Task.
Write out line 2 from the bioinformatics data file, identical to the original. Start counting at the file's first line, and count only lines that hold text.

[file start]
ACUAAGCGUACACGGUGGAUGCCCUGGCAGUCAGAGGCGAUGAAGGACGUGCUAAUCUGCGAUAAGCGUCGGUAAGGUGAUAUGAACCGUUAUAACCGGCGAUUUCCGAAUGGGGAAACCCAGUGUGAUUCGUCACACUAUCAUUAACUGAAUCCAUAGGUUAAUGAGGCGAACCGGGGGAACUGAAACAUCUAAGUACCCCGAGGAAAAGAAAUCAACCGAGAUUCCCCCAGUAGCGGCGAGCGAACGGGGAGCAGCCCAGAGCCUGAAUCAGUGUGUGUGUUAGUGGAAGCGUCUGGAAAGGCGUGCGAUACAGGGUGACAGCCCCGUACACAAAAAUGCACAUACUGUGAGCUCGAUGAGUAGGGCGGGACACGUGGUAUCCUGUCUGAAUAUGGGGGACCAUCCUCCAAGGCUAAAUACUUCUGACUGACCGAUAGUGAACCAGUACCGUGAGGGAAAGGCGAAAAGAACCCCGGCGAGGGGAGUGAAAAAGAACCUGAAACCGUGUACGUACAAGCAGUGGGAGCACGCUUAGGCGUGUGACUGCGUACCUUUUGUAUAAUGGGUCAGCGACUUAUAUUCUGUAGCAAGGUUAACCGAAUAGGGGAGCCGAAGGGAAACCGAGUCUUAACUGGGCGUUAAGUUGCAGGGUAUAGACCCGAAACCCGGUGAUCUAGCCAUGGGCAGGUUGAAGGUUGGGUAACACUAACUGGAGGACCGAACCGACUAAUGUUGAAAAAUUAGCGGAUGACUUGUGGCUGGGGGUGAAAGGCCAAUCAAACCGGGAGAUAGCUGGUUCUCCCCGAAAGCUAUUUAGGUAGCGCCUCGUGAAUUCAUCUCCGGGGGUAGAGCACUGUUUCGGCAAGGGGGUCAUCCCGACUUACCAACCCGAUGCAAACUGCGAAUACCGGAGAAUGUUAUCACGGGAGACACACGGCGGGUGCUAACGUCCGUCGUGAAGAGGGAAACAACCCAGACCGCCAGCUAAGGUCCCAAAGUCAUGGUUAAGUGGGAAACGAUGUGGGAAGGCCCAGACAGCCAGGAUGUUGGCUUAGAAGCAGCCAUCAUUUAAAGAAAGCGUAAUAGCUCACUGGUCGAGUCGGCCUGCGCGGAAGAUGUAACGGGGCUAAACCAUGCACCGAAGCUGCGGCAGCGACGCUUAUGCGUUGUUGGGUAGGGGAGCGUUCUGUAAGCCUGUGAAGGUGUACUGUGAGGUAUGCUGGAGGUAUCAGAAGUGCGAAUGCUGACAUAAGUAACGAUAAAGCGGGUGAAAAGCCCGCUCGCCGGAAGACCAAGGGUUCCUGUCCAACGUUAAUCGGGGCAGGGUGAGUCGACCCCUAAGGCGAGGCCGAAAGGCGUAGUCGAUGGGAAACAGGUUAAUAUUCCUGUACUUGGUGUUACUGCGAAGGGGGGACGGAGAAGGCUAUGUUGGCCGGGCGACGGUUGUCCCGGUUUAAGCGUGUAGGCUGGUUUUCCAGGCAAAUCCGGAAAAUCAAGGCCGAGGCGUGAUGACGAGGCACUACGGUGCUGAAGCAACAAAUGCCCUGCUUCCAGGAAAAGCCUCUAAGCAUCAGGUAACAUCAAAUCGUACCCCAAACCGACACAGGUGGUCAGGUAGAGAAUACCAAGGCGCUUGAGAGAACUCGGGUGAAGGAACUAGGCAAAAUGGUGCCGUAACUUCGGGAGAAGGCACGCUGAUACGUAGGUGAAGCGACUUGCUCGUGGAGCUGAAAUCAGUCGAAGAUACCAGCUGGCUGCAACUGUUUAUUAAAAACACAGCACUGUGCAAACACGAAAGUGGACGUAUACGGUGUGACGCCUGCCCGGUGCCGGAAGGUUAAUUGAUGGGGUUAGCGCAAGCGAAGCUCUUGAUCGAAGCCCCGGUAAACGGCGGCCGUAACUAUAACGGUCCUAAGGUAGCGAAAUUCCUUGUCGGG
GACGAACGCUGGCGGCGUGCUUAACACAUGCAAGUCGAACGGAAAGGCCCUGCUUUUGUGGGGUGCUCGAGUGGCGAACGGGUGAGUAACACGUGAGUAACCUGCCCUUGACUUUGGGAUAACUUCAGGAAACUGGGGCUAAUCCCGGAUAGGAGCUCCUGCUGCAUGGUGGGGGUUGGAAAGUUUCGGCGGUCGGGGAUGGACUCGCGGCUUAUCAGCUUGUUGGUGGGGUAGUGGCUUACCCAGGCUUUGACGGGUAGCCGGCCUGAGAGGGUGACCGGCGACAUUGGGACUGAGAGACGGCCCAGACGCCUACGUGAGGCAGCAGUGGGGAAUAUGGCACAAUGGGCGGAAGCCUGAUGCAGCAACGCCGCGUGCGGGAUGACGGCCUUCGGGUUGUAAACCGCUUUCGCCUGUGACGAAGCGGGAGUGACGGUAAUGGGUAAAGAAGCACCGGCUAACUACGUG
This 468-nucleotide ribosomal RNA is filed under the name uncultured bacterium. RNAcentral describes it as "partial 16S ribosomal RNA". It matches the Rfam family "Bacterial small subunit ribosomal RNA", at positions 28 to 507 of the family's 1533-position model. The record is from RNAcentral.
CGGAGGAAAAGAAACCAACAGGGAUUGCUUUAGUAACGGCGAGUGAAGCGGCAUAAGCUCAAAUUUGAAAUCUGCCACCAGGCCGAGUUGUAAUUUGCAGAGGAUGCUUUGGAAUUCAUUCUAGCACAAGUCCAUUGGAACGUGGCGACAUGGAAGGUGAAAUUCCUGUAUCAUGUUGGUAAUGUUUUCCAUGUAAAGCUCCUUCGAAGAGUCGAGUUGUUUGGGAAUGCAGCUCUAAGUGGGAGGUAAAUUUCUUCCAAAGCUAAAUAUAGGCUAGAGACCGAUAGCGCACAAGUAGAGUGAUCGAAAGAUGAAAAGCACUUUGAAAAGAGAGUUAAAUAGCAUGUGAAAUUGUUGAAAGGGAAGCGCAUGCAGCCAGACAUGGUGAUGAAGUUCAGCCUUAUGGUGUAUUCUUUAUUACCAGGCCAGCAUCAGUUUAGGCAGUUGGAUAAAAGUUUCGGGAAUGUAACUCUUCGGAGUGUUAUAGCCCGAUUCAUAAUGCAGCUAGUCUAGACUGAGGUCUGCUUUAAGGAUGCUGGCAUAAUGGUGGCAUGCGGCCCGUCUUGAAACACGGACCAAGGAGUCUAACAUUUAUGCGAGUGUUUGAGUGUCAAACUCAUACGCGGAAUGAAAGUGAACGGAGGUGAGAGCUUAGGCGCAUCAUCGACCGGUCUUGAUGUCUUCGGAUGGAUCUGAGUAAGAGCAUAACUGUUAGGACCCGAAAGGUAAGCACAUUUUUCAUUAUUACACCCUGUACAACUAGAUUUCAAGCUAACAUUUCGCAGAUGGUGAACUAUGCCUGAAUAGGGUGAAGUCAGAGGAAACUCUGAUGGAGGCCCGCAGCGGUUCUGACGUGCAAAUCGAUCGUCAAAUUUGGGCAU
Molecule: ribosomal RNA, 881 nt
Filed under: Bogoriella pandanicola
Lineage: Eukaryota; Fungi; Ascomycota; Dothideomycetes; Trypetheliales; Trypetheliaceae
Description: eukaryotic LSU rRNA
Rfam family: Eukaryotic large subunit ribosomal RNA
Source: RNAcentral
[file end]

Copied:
GACGAACGCUGGCGGCGUGCUUAACACAUGCAAGUCGAACGGAAAGGCCCUGCUUUUGUGGGGUGCUCGAGUGGCGAACGGGUGAGUAACACGUGAGUAACCUGCCCUUGACUUUGGGAUAACUUCAGGAAACUGGGGCUAAUCCCGGAUAGGAGCUCCUGCUGCAUGGUGGGGGUUGGAAAGUUUCGGCGGUCGGGGAUGGACUCGCGGCUUAUCAGCUUGUUGGUGGGGUAGUGGCUUACCCAGGCUUUGACGGGUAGCCGGCCUGAGAGGGUGACCGGCGACAUUGGGACUGAGAGACGGCCCAGACGCCUACGUGAGGCAGCAGUGGGGAAUAUGGCACAAUGGGCGGAAGCCUGAUGCAGCAACGCCGCGUGCGGGAUGACGGCCUUCGGGUUGUAAACCGCUUUCGCCUGUGACGAAGCGGGAGUGACGGUAAUGGGUAAAGAAGCACCGGCUAACUACGUG